On the first Tuesday of every month, the Reserve Bank of Australia (RBA) meets to decide what the current cash rate should be. The cash rate, currently at a record low of 1.5%, has a flow-on effect that directly impacts every financial aspect of your life, from your mortgage payments to your investment portfolio.

So… What is the Cash Rate?

The RBA describes the cash rate on its website as, “the overnight money market interest rate.” Put simply, this is the interest rate that banks pay on the money they borrow.

At the end of each day, banks transfer money between each other to settle outstanding transactions. But, believe it or not, they do sometimes run out of cash. When that happens, the bank must borrow money overnight from the RBA. The cash rate is the interest the bank pays on this overnight loan.

How Does it Effect You?

One of the ways banks make their money is through spreads; the gap between the rate at which they lend money, and the rate at which they borrow money. So, when the cash rate is high, expect to pay more interest on your mortgage or your personal loan.

However, it’s important to note that the banks aren’t obligated to pass on rate changes to consumers. When the RBA’s cash rate is cut, the banks don’t always lower their lending rates. Similarly, banks have been raising mortgage rates lately even though the cash rate hasn’t changed. This has to do with foreign interest rates and overseas borrowing costs, so there are other factors that come into play. But as a rule, when rates go up, expect your loan repayments to go up as well.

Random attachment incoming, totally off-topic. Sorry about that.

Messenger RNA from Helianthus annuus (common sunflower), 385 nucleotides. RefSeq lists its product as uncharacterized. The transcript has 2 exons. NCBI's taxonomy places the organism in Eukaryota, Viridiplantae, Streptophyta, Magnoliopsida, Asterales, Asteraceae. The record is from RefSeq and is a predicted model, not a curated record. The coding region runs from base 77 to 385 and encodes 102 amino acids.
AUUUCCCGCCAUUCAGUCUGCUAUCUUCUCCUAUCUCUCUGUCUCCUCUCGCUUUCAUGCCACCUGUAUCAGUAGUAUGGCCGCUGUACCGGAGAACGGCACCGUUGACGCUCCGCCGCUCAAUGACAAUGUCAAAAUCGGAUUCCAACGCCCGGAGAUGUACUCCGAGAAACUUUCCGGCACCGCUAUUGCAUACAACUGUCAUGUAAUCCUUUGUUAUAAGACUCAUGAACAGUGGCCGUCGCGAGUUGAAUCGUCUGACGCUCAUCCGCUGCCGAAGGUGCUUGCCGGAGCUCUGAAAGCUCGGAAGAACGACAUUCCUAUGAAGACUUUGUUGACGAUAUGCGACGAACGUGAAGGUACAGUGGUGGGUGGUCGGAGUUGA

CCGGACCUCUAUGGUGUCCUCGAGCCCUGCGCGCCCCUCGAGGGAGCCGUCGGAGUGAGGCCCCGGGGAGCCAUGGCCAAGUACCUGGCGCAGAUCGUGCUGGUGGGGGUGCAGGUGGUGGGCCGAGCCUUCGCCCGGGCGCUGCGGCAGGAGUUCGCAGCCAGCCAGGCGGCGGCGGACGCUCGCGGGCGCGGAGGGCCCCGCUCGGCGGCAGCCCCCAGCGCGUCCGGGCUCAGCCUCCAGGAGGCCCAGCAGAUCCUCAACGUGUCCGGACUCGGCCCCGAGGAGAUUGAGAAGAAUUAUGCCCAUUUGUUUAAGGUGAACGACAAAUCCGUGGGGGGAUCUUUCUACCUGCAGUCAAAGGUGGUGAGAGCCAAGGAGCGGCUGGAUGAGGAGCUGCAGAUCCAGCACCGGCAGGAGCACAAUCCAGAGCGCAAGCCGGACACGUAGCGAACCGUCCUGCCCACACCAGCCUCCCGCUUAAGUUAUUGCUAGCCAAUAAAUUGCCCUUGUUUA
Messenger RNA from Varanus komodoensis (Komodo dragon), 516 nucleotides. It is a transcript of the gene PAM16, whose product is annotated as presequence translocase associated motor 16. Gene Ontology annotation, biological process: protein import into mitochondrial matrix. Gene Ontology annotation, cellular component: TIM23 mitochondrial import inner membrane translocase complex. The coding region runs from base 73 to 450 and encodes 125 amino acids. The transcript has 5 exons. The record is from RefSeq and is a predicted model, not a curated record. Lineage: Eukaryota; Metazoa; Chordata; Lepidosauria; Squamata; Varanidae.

What About My Investments?

The most obvious impact on an investment portfolio will be the effect on your bond yields. Bond yields, especially government bonds, follow the cash rate quite closely. Because the cash rate is at a record low, government bonds are only yielding 2-3%. This graph shows the relationship between the cash rate and bond yields.


Source: Pacific Star Financial Planning

The cash rate can also affect your share portfolio. The effect that interest rate changes have on your portfolio will vary for each sector. For instance, financial companies, such as banks, brokerages and insurance companies can often see a decline in share price when the cash rate is lowered, because it usually means they will have to lower their lending rates, reducing revenue.

Other companies, like those in the consumer discretionary sector, tend to lose when interest rates go up. High interest rates leave consumers with less disposable income to spend on the goods these companies provide.

With all of this in mind, the cash rate is clearly important to investors when valuing portfolios of shares or bonds, and to consumers choosing between fixed or variable rate loans. For more information on the current cash rate, have a look at this article on the most recent RBA update.